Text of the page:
German Shorts


This multifarious collection of four short student films celebrate the variety and talent in German cinema today. These artful and mature films have already enjoyed showings and awards at numerous film festivals worldwide, including Cannes 2015, where LURE and HERMAN THE GERMAN were awarded the ‘Next Generation Short Tiger 2015’, counting them amongst the most outstanding German student shorts of up to 15 minutes. 

Together, these films evoke a spectrum of responses, from humour to dark humour to just plain dark, and are united in their appeals to the rawest elements of human experience: estrangement, desperation and our ultimate need for hope.

Under the expert tuition of Jürgen Schopper, Linda Lutz and Wunna Winter single-handedly imagined, hand-crafted, shot and edited LURE: an uneasy but gratifying watch. Lasting just four minutes, this stop-motion animated short wastes no time in developing engaging characters: a plump, chirpy boy and a wheelchair-using elderly lady who are united only in their mutual loneliness, and their interest in a yapping orange dog. But things quickly get creepy. The intentionally choppy cuts, absence of dialogue and increasingly shifty characters deviate from the lines of Pixar’s sweet inter-generational story UP, and escort the viewer somewhere quite unexpected, but well worth visiting. A similarly intriguing film is Damien Schipporeit’s 10-minute short THE OLD MAN AND THE CAT about a lonely octogenarian who celebrates his birthday with fantasised figures of affection: a cat and a beautiful young neighbour. Tender musical notes and sepia-infused images paint a moving picture of the old man’s dreamy escapisms, until the harmonious tale starts to dissipate to fully unveil the elder’s delusions – as well as, potentially, our own as idle viewers. An effortlessly touching film about life, loss and loneliness, it is curiously optimistic.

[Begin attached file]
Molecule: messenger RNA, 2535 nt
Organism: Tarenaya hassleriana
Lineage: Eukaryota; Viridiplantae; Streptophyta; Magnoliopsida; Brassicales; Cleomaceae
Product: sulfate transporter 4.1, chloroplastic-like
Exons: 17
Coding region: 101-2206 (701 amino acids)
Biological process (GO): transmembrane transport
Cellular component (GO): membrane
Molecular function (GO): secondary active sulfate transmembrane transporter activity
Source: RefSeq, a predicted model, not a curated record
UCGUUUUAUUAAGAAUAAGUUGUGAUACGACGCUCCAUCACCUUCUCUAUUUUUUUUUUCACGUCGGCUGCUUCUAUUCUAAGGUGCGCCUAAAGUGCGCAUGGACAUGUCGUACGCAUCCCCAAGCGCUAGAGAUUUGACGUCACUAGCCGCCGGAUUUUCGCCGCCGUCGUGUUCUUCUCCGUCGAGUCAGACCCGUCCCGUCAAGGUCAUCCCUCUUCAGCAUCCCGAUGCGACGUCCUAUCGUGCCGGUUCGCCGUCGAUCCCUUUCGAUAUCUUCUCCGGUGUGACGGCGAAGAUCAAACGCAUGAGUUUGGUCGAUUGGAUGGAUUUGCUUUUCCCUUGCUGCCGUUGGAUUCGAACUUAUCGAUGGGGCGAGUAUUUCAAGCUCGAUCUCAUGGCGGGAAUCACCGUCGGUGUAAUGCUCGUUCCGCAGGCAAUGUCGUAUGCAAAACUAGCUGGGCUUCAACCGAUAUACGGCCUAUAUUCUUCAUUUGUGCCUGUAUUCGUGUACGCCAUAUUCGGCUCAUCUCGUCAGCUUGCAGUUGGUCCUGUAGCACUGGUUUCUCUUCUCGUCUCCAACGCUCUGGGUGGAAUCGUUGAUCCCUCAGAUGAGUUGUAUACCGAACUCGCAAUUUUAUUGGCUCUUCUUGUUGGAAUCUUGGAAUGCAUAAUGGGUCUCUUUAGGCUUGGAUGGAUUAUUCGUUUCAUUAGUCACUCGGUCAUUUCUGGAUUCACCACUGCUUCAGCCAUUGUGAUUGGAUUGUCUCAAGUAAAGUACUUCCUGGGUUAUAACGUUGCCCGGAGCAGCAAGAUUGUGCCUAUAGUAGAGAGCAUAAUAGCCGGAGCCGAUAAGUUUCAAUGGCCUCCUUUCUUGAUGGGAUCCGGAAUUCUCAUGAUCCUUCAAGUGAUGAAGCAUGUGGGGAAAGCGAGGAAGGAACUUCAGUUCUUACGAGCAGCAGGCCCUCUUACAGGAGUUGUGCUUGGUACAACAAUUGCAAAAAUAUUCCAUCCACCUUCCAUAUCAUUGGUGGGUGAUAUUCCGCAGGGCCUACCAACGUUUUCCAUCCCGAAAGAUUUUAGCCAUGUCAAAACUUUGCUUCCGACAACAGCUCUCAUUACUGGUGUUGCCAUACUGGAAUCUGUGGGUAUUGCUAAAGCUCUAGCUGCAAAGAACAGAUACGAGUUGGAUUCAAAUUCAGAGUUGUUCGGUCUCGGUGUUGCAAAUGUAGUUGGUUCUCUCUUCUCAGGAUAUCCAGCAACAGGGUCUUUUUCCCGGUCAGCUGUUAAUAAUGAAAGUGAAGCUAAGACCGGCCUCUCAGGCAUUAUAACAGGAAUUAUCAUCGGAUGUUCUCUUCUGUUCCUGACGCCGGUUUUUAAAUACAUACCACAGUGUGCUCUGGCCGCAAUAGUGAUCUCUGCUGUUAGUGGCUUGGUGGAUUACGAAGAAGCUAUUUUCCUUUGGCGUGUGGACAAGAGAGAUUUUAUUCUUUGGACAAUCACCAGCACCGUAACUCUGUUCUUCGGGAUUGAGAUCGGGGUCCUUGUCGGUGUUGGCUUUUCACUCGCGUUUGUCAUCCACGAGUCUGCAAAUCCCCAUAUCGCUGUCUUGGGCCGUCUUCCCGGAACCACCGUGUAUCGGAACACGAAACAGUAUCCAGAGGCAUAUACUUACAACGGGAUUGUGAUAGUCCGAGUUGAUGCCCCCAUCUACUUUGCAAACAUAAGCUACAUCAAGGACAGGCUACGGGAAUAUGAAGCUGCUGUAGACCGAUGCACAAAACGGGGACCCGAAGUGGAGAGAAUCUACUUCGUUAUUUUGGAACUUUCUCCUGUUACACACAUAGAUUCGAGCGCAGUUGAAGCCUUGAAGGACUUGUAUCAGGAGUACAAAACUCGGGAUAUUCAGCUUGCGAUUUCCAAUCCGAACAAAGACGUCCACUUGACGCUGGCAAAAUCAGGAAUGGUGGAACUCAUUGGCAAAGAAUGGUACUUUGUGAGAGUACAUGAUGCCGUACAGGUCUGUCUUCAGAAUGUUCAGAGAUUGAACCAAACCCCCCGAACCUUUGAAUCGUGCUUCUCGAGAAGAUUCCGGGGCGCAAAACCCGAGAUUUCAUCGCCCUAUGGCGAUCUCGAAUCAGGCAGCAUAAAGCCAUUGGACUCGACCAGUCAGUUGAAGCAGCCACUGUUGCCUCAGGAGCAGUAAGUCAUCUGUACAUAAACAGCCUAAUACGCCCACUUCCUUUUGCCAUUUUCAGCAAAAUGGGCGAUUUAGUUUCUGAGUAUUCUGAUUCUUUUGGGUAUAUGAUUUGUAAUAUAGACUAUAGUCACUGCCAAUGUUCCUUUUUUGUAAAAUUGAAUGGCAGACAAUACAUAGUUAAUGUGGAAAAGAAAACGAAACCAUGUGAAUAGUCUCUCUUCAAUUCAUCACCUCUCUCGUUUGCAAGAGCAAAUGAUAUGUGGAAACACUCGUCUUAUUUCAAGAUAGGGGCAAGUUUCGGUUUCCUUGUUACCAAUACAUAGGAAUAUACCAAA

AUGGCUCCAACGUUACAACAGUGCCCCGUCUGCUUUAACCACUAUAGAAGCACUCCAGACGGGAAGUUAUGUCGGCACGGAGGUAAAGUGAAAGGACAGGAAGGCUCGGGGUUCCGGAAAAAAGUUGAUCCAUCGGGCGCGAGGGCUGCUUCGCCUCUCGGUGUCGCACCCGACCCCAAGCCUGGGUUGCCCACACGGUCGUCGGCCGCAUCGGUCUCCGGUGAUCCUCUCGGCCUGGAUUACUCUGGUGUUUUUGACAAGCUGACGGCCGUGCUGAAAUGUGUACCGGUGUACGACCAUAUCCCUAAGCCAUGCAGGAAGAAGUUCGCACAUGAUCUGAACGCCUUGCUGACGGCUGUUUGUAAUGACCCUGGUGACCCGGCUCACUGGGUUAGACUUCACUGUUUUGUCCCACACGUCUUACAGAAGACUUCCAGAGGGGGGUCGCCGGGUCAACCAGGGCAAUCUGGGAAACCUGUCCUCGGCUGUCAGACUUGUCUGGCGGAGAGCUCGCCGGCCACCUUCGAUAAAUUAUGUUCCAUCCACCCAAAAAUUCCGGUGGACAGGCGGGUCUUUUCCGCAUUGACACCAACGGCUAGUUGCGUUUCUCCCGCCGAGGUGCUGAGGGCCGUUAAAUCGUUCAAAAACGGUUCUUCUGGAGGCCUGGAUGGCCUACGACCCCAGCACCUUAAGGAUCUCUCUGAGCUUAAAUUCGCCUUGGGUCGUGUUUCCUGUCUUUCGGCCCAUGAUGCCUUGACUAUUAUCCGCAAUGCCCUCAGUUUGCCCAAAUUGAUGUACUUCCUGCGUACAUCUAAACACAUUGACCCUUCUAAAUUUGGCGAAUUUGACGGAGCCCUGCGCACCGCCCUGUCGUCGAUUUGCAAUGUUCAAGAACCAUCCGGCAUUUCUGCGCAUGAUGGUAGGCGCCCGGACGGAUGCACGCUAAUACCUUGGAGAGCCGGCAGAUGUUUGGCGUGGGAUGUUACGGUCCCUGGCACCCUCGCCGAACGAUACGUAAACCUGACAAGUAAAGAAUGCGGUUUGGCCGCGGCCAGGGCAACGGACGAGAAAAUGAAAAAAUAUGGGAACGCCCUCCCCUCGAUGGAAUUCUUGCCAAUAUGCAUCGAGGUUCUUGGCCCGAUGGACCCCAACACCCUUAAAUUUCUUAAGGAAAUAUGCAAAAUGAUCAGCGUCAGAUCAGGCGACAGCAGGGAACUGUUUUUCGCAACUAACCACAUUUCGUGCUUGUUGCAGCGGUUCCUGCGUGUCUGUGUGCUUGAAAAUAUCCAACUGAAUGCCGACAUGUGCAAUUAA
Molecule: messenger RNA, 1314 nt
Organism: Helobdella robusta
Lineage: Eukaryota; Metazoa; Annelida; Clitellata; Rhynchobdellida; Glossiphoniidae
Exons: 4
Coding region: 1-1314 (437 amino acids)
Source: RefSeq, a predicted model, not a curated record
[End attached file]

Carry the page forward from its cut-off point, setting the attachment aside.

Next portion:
Perhaps a happy ending, in films as in reality, is not always guaranteed.

Michael Binz’s quirky HERMAN THE GERMAN follows his acclaimed short THE STORYTELLER, which won the ‘Next Generation Short Tiger’ at last year’s Cannes. Appropriately for a German director who may be on his way to competing with the big boys in filmmaking, this fictional comedy satirises both German and Hollywood clichés. It tells the dramatic story of a Schnitzeltorte-loving German, Herman Heimlich (Gustav Peter Wöhler), who temporarily abandons his bomb defusal profession and embarks on a mission to cure himself of the rare Kahnawake syndrome (the inability to experience fear). Packed with explosions (of sausages) and impossible tasks (choosing between Schnitzel sauces), HERMAN THE GERMAN  takes strides in stamping out the stereotypes of both the humourless German and his country’s lugubrious cinematic style.

Most memorable in the set is Patrick Vollrath’s ALLES WIRD GUT (‘Everything Will Be Okay’), which is gripping from beginning to end and haunting long after its wrenching climax. The story begins with a seemingly humdrum day out shared by a divorced father (Simon Schwarz) and his eight-year-old daughter (Julia Pointner), but just when you start to ask yourself how this everyday narrative could possibly be characterised as a thriller, the film warps in unimaginable directions. The mantra “everything will be okay” is repeated throughout the film, as it is throughout our own lives, yet with an increasingly apparent emptiness of meaning. Perhaps a happy ending, in films as in reality, is not always guaranteed. When everything is not okay, we can expect only brutally honest sentiments.

Most of us enjoy few opportunities to experience shorts, particularly those that manage to scale the full range of human emotions, and this idiosyncratic collection acclaims their untapped merit.

See the GERMAN SHORTS on 6 September at 15.oo at APH


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